The subject position that is used in the present case was that of her lost self. She was a superwoman — a person at the top of her game; did well at work, was ambitious, and managed household chores and motherhood with ease and effortlessness. However, her present identity is presented as a “weak, crippled individual” unable to carry out any of her responsibilities. This is so far from her lost self that she finds it difficult to accept it as reality.

Discourses: The discourses that people have highlight the way in which they construct the subject’s positions. They can, therefore, be considered as coherent crystallizations of the power/knowledge dynamics which society espouses [16]. In turn, this reflects and perpetuates particular dynamics of power.

The discourses in this case that construct, enable, or support the client’s problem subject position are encapsulated in the idea of being a high-achieving mother. This discourse has two aspects. One is a high-achiever, who is perfect, always successful in her attempts, and has no accommodations for mistakes or vulnerabilities. The other is the mother who held herself to these standards even in child-rearing. Currently, Ms. VA is unable to perform her responsibilities of motherhood the way she did prior to the ABI. Without these standards she finds herself floundering. She was once so immersed in this identity that she cannot relinquish it completely. She cannot participate in it nor can she escape it.

Normalizing judgements: Foucault (1977) has highlighted how discourses help to create systems of norms and values that are used to effectively organize people’s positions in relation to one another [17]. It allows people to be implicitly rank-ordered relative to each other, based on their perceived value or status (e.g., standards of success, beauty, and so on in society). Such a system guarantees the fundamentally relational nature of people’s positions; that is, people being ranked hierarchically. Furthermore, this discourse gets impacted by the alignment of social activities that people engage in so that these values, norms, and positions are maintained [18]. In her story, lost self is valued more than the patient’s present self from her standards, as well as those of family members. She is constantly reminded of how amazing she was and now is not. The small steps that she takes are not appreciated; rather, they are looked down upon as they are not at the same pedestal as her earlier self. Another source of these judgments comes from her position vis-à-vis her peers, who have retained their high-achiever status. The lost self belongs with them. The present self does not; she is excluded from the narrative which she was once a part of.

Lost narratives: Narrative therapy encourages commitment to the idea that people have multiple discourses, and that they are more than the one particular discourse that they have chosen for themselves [16]. Discourses which are saturated with problems can be resisted. These resistances, and instances of being “more than” their problem situations, are the “unique outcomes”. In the patient’s story two types of unique outcomes were co-constructed. Her lost self was characterized by perfection, while the present self is riddled with imperfections. Instances where space for learning, making mistakes, and not being the best were created even where perfection was present earlier. At the same time, her present understanding of being riddled with problems started including instances of triumph in her efforts, where she had taken pride in her moving past her imperfections. This has been summarized below in Table 2.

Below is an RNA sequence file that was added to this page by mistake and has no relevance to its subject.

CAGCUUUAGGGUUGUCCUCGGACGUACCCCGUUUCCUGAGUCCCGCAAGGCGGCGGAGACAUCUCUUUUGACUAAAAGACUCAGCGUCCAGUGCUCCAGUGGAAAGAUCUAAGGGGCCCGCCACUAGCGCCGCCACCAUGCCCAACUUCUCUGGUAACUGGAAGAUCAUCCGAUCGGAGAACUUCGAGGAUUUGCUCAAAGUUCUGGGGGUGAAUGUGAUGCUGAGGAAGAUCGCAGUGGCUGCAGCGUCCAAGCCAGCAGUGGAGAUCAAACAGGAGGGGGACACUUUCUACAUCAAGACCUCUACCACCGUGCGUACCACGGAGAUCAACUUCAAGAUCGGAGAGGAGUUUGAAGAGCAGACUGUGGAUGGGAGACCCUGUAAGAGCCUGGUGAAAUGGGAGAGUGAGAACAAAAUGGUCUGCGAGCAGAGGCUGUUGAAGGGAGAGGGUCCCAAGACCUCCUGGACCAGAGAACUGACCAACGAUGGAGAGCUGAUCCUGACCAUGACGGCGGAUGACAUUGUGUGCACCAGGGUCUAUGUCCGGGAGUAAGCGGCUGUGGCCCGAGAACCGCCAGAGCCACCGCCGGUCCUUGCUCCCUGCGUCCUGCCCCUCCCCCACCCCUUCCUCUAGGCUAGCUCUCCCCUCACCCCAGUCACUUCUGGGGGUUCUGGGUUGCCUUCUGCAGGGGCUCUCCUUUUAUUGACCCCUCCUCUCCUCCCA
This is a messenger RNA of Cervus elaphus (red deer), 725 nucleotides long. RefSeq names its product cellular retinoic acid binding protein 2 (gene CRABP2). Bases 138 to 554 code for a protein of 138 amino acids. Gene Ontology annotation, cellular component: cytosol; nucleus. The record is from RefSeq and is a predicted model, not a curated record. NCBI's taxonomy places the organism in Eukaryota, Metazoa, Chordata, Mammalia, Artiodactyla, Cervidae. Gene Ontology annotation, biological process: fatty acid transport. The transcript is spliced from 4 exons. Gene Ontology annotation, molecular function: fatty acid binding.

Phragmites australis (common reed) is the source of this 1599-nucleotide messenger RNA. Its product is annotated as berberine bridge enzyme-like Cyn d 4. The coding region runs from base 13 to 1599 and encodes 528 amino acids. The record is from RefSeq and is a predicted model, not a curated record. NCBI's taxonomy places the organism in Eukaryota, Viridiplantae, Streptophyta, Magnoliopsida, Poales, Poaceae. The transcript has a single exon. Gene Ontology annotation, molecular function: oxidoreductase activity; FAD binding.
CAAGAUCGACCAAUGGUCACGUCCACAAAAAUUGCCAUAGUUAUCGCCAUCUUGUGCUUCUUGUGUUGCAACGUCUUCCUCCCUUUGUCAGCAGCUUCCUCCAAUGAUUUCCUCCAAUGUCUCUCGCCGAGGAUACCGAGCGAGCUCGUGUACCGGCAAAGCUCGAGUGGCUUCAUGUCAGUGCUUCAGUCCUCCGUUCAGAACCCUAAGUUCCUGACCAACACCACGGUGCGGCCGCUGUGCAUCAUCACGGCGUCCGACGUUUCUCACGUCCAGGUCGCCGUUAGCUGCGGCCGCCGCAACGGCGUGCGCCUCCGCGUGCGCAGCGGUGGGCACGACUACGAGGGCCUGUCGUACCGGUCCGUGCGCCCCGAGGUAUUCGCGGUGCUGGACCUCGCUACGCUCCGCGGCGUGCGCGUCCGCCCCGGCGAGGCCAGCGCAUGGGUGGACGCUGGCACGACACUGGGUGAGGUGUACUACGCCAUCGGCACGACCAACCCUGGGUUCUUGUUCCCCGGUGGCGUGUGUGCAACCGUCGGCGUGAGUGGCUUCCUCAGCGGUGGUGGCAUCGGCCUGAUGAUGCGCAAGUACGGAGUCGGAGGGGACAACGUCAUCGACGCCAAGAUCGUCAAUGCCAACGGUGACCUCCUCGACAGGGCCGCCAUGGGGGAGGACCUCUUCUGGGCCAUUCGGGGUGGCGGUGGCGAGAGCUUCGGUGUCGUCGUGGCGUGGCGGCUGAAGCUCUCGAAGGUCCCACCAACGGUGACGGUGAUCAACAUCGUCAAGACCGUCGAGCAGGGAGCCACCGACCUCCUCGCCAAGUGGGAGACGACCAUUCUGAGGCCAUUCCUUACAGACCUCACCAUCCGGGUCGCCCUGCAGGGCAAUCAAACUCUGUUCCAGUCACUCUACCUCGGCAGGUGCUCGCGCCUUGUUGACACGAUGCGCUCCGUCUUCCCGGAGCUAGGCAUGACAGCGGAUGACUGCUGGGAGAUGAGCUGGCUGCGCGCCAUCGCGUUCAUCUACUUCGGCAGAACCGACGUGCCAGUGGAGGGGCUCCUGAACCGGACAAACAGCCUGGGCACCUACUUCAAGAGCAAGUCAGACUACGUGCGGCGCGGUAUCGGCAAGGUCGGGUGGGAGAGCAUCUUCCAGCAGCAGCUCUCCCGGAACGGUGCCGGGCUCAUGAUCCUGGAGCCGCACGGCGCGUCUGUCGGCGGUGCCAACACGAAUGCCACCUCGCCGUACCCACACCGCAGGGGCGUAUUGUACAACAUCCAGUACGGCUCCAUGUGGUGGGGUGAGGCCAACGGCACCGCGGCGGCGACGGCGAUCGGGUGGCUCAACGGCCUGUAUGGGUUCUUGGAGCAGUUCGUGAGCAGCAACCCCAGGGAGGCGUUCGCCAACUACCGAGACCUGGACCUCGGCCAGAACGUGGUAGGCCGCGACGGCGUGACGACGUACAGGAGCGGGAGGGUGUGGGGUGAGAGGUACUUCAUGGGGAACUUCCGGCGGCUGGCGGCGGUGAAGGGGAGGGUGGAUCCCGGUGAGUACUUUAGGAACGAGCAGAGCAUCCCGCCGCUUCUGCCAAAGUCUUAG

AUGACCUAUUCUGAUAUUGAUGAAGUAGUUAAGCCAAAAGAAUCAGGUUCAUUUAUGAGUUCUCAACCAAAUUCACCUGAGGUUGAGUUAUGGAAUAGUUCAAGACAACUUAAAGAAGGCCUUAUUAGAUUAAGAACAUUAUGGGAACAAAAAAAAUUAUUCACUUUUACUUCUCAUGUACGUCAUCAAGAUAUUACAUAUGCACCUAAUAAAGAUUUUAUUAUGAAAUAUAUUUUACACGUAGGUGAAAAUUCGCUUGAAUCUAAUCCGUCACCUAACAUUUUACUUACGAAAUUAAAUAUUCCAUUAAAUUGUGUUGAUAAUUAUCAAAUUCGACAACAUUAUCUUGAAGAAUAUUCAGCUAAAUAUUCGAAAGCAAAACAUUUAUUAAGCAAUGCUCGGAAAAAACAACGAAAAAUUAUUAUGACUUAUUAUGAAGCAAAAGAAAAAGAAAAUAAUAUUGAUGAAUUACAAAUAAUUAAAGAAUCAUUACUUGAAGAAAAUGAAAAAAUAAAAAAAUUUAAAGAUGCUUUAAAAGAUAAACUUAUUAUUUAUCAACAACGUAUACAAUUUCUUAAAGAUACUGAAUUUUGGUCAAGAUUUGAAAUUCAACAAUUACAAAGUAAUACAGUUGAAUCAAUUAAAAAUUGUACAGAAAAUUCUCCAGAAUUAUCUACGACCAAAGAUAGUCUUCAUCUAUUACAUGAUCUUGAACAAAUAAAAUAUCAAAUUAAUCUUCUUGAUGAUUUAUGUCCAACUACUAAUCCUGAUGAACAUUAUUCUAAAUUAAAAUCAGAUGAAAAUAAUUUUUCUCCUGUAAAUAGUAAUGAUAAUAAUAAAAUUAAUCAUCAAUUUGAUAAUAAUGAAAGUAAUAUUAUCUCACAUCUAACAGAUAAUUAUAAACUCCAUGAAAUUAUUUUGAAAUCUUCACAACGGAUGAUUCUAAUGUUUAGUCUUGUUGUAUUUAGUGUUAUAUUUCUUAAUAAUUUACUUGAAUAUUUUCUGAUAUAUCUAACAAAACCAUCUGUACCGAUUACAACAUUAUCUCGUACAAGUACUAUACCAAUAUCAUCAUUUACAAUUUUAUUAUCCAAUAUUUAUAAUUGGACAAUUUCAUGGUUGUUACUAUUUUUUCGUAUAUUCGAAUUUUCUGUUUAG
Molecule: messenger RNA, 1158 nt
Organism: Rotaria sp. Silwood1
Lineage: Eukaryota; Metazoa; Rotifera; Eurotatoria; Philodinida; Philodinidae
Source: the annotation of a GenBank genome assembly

Table 2. Summary of the narrative framework used for the patient

Narrative framework

As seen for the patient

Subject positions

Lost self — Superwoman: at the top of her game both in the professional and personal realms.

Current self: weak, crippled, and unable to carry out her responsibilities.


High-achieving person and mother: currently, she is neither high-achieving nor an active mother. She cannot participate in these identities completely nor can she escape them.

Normalizing judgments

Valuing lost self over the current self both by self and family. She is not who she was. Her peers have retained their positions, but she was not able to do so.

Lost narratives

Creating space for learning, making mistakes, and not being the best where perfection was present. Triumph of her efforts and pride in moving past her imperfections were celebrated.


Translating the formulation into therapeutic journey

A challenge in this case was the way in which her premorbid personality intersected with this framework. She and her family members had high expectations about her. When faced with the inevitability of her inability to do things the way she used to, she gave up on her agency. For example, she did not engage in cognitive retraining sessions, as she was unable to perform these tasks to her satisfaction. Instead, she fell asleep. Similarly, she did not ask for help nor did she acknowledge that something was difficult for her; instead, she withdrew and kept others at a distance, including her therapist. Keeping these challenges in mind, the therapeutic plan for Ms. VA was to use the narrative framework to identify the subject positions and discourses that she used to describe her own self and understand the judgements that she seemed to have normalized for herself.